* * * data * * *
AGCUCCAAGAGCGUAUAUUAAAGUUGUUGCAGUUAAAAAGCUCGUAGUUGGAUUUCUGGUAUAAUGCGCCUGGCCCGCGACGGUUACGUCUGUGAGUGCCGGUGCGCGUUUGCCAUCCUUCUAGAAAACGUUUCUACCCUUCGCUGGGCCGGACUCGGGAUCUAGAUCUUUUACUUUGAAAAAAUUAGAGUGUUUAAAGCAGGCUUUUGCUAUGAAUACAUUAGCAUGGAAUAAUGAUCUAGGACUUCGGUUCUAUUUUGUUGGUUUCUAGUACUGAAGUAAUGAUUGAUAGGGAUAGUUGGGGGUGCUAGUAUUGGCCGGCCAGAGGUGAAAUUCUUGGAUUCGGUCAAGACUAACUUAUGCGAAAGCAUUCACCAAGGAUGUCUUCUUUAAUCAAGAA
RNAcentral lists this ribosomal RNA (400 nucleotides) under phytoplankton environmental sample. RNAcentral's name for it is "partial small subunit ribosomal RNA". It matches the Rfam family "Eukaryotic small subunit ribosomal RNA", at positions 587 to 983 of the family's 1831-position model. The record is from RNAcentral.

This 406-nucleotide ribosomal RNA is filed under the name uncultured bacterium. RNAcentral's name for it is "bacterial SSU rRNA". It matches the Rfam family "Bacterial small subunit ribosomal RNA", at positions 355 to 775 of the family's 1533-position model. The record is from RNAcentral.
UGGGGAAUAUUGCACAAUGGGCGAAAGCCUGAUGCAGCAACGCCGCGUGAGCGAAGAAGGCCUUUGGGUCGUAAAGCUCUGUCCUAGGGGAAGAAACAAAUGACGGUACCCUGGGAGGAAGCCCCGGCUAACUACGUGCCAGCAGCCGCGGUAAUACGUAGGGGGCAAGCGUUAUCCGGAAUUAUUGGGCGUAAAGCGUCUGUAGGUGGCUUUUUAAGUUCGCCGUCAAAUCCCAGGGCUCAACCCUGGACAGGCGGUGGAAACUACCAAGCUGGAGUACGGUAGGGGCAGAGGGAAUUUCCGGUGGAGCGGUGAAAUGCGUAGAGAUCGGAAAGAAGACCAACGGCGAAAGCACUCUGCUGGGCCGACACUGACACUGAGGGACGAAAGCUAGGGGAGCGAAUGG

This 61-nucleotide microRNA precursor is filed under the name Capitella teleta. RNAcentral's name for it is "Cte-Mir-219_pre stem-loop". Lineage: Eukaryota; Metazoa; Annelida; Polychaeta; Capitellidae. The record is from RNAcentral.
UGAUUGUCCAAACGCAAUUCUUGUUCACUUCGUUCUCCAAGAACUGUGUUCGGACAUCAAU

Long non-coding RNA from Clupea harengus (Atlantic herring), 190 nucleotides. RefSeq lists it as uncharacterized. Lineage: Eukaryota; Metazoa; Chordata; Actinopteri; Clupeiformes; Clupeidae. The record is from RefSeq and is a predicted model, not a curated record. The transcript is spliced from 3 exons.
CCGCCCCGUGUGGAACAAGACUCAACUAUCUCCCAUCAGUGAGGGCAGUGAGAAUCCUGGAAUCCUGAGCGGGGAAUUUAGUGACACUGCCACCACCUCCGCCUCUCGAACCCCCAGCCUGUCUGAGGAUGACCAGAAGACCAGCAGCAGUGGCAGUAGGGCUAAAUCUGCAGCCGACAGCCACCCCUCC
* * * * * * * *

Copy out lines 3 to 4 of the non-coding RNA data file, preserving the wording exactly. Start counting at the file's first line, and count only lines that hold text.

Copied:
This 406-nucleotide ribosomal RNA is filed under the name uncultured bacterium. RNAcentral's name for it is "bacterial SSU rRNA". It matches the Rfam family "Bacterial small subunit ribosomal RNA", at positions 355 to 775 of the family's 1533-position model. The record is from RNAcentral.
UGGGGAAUAUUGCACAAUGGGCGAAAGCCUGAUGCAGCAACGCCGCGUGAGCGAAGAAGGCCUUUGGGUCGUAAAGCUCUGUCCUAGGGGAAGAAACAAAUGACGGUACCCUGGGAGGAAGCCCCGGCUAACUACGUGCCAGCAGCCGCGGUAAUACGUAGGGGGCAAGCGUUAUCCGGAAUUAUUGGGCGUAAAGCGUCUGUAGGUGGCUUUUUAAGUUCGCCGUCAAAUCCCAGGGCUCAACCCUGGACAGGCGGUGGAAACUACCAAGCUGGAGUACGGUAGGGGCAGAGGGAAUUUCCGGUGGAGCGGUGAAAUGCGUAGAGAUCGGAAAGAAGACCAACGGCGAAAGCACUCUGCUGGGCCGACACUGACACUGAGGGACGAAAGCUAGGGGAGCGAAUGG